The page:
The unit was raised in India in 1800 as an experimental Brigade of Bengal Horse Artillery, part of the army of the East India Company. They were sent to Egypt in 1801 to take part in General Abercromby’s campaign against the French Revolutionary army. The Troop entered Egypt via the Red Sea and were subjected to a gruelling desert march to the Nile during which most of the horses died. They sailed down river to Giza and camped at the Isle of Roda. The British army had meanwhile beaten the French at Alexandria so the battery were denied the glory of taking part. The Troop were, however, granted the battle honour in the form of the Sphinx, but not until 1926, so that F Battery now display the Sphinx on their badge. They returned to India to be stationed at Dum-Dum, Calcutta where two more Troops of Bengal Horse Artillery were raised, and over time grew to 13 Troops, organised as three brigades. They were in action in the 2nd Mahratta War of 1803-05, the Gurkha War of 1814-16, the Pindari Campaign of 1817, and the 1st Burma War of 1823-26.
Retreat from Kabul, 1842
Disaster befell the Troop in 1842 when they had the misfortune to be in Kabul when the British were forced to retreat. They lost their guns due to the death of the horses, and were subjected to repeated attacks by Afghans which cost them the lives of the captain, 2 officers and 102 men. They remained in India and took part in the Second Afghan War of 1878-80.
Relief of Lucknow, 14-22 Nov 1857
When the Indian Mutiny broke out in 1857, there were four batteries of the Bengal HA manned by Indians. Two of these mutinied so that it was decided to reform the four batteries as European. The Troop were called upon in 1857 to take part in the fight against the mutinous sepoys. They achieved fame at Lucknow due to the action of Rough Rider Edmond Jennings. He was at the Relief of Lucknow when he heard a cry for help from a wounded British lieutenant. He was mounted and accompanied by two others. Urging his horse forward, and over a high wall, he saw that the officer was surrounded by mutineers. Jennings alone galloped into them, slashing at them with his sword. They dispersed and he was able to help the officer onto his horse and get him to a medical tent. A few days later he was called to the tent and found the wounded officer who was recovered enough to thank Jennings and reward him with 1,000 rupees. He was gazetted for the VC on 24 Dec 1858 and sailed to England to receive the medal from the Queen in Oct 1859, but his ship was delayed and he missed the ceremony. As one of the consequences of the Indian Mutiny, the regiments of the HEIC were transferred to the Crown and in 1861 the Troop was designated A Battery, B Brigade.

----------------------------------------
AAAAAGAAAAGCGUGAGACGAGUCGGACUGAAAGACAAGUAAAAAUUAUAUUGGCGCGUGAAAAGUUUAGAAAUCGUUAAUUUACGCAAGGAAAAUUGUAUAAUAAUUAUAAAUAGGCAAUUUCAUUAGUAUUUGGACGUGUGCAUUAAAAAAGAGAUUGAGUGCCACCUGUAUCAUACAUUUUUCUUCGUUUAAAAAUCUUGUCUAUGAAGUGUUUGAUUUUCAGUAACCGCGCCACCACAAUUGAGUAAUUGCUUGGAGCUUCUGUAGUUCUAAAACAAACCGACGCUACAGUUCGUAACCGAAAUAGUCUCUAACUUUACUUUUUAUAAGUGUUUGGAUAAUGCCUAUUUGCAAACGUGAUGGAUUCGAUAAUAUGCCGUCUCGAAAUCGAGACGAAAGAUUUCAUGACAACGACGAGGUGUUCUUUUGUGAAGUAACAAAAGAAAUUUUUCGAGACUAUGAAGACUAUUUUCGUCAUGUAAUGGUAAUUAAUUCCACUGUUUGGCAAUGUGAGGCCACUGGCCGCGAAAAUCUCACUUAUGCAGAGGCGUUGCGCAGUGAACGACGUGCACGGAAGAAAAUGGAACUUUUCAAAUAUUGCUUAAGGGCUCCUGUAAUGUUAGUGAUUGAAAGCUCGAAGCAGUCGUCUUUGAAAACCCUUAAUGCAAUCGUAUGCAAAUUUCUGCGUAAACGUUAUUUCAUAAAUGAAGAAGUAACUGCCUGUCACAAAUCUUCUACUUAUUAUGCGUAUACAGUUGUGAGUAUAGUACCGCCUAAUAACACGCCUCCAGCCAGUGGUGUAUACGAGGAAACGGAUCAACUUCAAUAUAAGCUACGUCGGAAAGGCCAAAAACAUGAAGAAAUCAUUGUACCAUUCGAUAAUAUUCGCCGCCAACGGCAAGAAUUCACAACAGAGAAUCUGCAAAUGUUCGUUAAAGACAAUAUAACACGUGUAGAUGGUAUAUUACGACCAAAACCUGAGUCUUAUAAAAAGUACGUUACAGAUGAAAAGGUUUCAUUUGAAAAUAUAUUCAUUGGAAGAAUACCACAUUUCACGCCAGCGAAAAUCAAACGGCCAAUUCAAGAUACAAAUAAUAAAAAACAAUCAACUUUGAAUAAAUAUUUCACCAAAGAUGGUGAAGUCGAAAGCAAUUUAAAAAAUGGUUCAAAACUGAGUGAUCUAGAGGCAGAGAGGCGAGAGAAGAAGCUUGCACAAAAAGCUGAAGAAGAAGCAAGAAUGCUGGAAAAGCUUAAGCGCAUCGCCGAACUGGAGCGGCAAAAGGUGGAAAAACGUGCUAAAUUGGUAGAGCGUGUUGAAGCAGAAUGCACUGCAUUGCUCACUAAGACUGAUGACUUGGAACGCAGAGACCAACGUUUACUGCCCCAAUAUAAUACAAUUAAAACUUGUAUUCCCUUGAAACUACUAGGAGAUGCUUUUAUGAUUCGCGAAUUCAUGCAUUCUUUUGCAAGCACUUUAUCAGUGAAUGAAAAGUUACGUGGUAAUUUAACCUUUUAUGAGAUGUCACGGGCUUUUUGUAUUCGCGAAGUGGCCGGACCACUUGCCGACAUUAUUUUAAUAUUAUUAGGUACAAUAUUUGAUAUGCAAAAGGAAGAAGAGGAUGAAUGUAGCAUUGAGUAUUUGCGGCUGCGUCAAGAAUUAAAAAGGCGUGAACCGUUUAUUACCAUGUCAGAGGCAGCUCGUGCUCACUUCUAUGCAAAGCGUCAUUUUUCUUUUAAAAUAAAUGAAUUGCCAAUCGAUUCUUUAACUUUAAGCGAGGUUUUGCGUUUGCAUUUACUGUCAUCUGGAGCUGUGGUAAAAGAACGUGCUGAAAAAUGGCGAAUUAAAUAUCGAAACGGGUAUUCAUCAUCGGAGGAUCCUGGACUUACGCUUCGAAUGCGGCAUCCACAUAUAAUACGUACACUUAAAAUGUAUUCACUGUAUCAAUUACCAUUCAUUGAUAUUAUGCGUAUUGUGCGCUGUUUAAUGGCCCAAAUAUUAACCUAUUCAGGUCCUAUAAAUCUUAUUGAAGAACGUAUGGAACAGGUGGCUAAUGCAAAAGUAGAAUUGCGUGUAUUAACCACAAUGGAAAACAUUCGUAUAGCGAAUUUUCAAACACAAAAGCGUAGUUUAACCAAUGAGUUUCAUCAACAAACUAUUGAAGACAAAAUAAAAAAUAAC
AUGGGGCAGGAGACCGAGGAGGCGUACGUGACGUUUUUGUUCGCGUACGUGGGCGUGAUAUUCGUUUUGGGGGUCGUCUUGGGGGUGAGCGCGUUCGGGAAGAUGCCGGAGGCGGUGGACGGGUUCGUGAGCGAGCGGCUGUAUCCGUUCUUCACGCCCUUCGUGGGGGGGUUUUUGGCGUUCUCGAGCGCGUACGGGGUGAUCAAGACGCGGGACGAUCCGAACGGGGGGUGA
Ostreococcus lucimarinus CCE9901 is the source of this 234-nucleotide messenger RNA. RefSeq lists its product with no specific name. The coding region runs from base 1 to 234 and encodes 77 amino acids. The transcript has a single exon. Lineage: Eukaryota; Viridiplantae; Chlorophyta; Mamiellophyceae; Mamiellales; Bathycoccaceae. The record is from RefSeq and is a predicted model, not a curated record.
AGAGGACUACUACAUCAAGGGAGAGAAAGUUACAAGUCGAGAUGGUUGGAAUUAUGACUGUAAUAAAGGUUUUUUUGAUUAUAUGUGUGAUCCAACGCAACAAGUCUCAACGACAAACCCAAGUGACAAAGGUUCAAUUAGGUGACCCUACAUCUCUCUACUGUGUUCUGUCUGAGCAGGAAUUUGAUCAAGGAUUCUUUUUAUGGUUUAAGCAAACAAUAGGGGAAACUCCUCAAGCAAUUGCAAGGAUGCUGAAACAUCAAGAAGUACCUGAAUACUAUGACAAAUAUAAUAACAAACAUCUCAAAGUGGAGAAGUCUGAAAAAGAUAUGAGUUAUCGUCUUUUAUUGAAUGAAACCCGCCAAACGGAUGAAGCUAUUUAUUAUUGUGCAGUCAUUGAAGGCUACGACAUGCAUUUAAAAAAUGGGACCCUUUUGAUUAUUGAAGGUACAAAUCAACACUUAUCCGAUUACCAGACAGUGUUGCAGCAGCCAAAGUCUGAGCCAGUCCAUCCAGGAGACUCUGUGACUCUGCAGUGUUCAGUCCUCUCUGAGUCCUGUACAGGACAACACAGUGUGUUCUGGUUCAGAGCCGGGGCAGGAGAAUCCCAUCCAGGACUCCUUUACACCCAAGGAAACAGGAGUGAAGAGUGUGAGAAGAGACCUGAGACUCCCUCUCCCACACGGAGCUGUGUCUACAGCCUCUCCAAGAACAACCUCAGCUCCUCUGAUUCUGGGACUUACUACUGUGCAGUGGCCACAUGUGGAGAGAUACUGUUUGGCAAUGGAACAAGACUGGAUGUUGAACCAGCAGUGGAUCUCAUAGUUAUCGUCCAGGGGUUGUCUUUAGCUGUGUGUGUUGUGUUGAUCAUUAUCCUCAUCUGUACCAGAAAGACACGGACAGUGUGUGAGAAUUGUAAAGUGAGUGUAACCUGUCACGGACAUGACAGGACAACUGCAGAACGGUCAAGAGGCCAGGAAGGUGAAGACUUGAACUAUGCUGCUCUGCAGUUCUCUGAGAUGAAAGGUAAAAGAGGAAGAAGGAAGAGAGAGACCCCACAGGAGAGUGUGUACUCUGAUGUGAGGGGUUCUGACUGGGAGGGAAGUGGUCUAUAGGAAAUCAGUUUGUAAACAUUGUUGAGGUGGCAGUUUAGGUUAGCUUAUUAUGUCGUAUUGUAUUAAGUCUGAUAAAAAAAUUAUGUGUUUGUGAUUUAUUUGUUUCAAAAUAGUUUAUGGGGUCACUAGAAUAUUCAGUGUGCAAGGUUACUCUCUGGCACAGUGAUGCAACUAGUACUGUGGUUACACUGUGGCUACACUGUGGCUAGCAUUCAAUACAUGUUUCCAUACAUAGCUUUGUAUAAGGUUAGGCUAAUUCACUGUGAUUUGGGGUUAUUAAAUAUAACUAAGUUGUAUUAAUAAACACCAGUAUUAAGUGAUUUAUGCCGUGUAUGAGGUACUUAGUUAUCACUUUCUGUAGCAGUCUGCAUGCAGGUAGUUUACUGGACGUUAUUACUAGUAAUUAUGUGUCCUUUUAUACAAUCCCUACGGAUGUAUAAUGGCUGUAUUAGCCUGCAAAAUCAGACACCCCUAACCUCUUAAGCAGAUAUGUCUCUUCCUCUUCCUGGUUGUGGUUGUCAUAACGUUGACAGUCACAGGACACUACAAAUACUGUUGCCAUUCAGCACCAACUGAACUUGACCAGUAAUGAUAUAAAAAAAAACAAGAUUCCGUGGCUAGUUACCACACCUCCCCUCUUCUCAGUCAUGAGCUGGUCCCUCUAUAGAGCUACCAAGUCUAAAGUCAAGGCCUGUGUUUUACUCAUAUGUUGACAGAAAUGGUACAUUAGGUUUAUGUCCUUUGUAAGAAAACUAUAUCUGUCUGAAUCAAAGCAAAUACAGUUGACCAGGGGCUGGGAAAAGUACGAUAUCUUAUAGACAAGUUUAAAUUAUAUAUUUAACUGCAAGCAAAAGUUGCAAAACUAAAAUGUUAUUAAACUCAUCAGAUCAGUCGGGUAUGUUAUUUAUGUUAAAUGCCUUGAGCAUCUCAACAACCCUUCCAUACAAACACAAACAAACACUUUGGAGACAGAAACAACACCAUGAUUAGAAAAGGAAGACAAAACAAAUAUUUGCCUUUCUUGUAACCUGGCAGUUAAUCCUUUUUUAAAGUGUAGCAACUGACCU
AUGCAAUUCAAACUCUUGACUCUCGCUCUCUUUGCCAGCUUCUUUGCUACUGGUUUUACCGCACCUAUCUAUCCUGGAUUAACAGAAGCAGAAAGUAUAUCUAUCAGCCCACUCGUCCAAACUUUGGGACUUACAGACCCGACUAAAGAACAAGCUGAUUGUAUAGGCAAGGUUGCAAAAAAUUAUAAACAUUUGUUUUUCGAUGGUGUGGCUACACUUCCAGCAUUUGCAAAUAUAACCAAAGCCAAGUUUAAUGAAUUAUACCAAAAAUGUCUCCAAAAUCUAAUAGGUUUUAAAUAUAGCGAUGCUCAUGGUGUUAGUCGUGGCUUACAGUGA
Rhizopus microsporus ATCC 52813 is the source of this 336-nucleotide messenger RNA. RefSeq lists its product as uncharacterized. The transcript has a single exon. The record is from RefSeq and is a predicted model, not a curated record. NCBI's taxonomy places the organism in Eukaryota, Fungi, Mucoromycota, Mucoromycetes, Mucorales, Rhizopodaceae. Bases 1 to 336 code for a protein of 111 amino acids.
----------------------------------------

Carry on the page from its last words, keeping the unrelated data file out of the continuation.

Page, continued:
Ahmed Khel, 19 April 1880
In 1880 the battery were in action in the Second Afghan War of 1878-80. They took part in General Sir Donald Stewart’s column sent out from Kandahar to open up the route to Kabul. On 19 April the British/Indian force of 7,200 were confronted by 15,000 tribesmen at Ahmed Khel. The battery came into action against a charge by the enemy, giving the force time to take up battle positions. The tribesmen were defeated and the column resumed their march, reaching the fort of Ghunzi. It was here that they recovered two of the guns lost in 1842. One of them is still owned by the battery.
World War One
At some point at the beginning of the 20th century the Battery was designated F Battery RHA. In WW1 they were part of 14th Brigade RHA which in turn was part of 7th Divisional Artillery. During Oct 1914 they were engaged in the Battle of Ypres. On 23 Oct they were in action about 600 yards behind the line held by the Grenadier Guards just west of Kruiseik. They sent a section forward in close support which dealt most effectively with some enemy machine guns. Two days later a single gun was run forward close up to the trenches of the Gordon Highlanders and was of great assistance to the infantry. On 26 Oct when the fighting became more intense they withdrew but continued to inflict heavy losses on the advancing Germans. At the crisis of the battle on 31 Oct the battery at first assisted a French attack but were compelled to withdraw to Sanctuary Wood. leaving a section on Hill 60. The battery was also in action at Loos, The Somme, Arras and Cambrai. From the Western Front they were posted to Italy.
World War Two
In the 1930s the Battery were stationed at Rawalpindi then at the outbreak of WW2 returned to Cairo. They were in 4th Regiment RHA at Helmieh with C Battery and G Battery, equipped with 25-pounder QF guns. They were placed in the 7th Armoured Division ‘The Desert Rats’ and fought at Sidi Rezegh in Nov 1941.